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  • OTRI.USA
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    -0.030
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  • OTVI.USA
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    -0.630
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  • TSTOPVRPM.CHIATL
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  • TSTOPVRPM.LAXSEA
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  • WAIT.USA
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  • ITVI.USA
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    -0.340
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  • OTLT.USA
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  • OTRI.USA
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  • OTVI.USA
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  • TSTOPVRPM.ATLPHL
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  • TSTOPVRPM.CHIATL
    2.950
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  • TSTOPVRPM.DALLAX
    1.440
    0.000
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  • TSTOPVRPM.LAXDAL
    3.310
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  • TSTOPVRPM.PHLCHI
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  • TSTOPVRPM.LAXSEA
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  • WAIT.USA
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American Shipper

Change of heart

Trump apparently sees the benefit to small businesses of the Ex-Im Bank after all

   President Donald Trump appears to have had a change of heart about his support for the Export-Import Bank.
   On Friday, Trump announced nominees for leadership of the bank after deriding the export credit agency during the election as a form of crony capitalism for multinational corporations at the expense of small businesses.
   Trump named former Representative Scott Garrett, who left the House in 2015 after a dozen years, to be president of the bank, which provides financing in the form of loan guarantees, credit insurance and direct loans to buyers of U.S. exports, as well as working capital guarantees and credit insurance to mostly small and midsized U.S. exporters. In both cases, those bank products are attached to negotiated sales.
   Garrett voted not to reauthorize the agency in 2012 and 2015. Trump also named former Alabama congressman Spencer T. Bachus III, a law partner at Bachus and Broom LLC, to serve as a board member. Bachus was chairman of the House Financial Services Committee from 2011 to 2013 and voted in 2012 to reauthorize the Bank.
   In an interview last week with the Wall Street Journal, Trump said he supports the government’s export financing arm and that it helps small companies. He also acknowledged that other countries are offering export financing at much higher levels, putting U.S. companies at a disadvantage. A study by the National Foreign Trade Council and Coalition for Employment through Exports found the United States lagged far beyond other major economies in export financing support.
   Where guarantees are concerned, the Ex-Im Bank works with a customer’s lender to backstop the terms of the loan. Ex-Im Bank acts solely as a guarantor, and no money is exchanged between the financial institution and the bank unless there’s a default. In other words, Ex-Im Bank’s guarantees allow a financial institution to extend competitive terms to a customer who might otherwise be unable to obtain them.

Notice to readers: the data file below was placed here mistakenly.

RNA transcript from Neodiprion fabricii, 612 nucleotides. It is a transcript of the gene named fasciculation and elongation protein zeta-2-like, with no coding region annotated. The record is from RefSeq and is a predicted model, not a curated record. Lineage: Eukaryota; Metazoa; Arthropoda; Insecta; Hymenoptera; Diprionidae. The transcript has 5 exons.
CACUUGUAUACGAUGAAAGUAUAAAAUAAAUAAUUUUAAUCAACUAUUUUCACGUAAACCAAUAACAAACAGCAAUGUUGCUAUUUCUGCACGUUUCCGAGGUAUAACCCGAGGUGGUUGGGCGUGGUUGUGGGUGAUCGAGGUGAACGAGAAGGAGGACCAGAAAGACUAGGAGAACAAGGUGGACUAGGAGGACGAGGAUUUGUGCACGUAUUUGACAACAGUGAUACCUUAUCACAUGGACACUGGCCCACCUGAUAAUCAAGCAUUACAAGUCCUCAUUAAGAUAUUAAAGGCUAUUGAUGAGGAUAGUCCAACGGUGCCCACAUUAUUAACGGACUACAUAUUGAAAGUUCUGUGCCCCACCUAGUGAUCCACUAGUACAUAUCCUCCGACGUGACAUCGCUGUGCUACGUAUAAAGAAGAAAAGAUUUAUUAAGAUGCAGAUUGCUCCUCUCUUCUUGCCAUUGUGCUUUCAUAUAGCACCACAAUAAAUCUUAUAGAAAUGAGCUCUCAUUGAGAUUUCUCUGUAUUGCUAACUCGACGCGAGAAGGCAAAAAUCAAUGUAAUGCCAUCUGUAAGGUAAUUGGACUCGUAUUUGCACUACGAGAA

Trump’s rethink on the Ex-Im Bank is the latest of many apparent reversals from populist campaign rhetoric towards more establishment positions on Syria, NATO, Chinese currency manipulation, and the North American Free Trade Agreement.
   Trade supporters have lamented constraints on the Ex-Im Bank that have severely limited its ability to support overseas sales by American businesses. Currently, the bank cannot approve transactions of more than $10 million because it does not have the required quorum on the board of directors. The bank is only operating with three directors after Congress refused to confirm two Obama nominees. Trump’s picks would solve that logjam if they are confirmed, although that is not guaranteed.
   A powerful group of conservatives on the Hill have tried to eliminate the agency on the grounds that government should not get involved in areas suited for the private sector and put taxpayer money at risk, especially when many recipients are big corporations that don’t need assistance. They perceive the bank as a vehicle for handing out favors to well-connected corporations. The dispute led to the bank’s temporary closure in the summer of 2015 before Congress reauthorized its charter through September 2019. Garrett and Bachus both were part of the campaign to rein in the Export-Import Bank, according to the Wall Street Journal.
   The government’s export financing arm essentially protects exporters if its customer doesn’t pay its bills. The bank is self-sustaining, contributing nearly $3.8 billion to the U.S. Treasury since 2009 through fees and interest. Its default rate last year was 0.3 percent, well below the 2 percent target set by Congress.
   Small businesses, in particular, often find it difficult to provide credit for overseas customers, and 90 percent of the agency’s transactions involve small firms, business and pro-trade groups argue.
   In 2016, the bank authorized $5 billion in financing, the lowest level in 40 years. By comparison, in 2014, the last fully operational year, the bank authorized more than $20 billion in financing, supporting nearly 165,000 jobs, and generating $675 million for taxpayers.
   Currently, there are $30 billion in export transactions greater than $10 million in the Ex-Im Bank awaiting action. Trade advocates will watch to see how many of those deals Garrett and Bachus will actually vote to approve.

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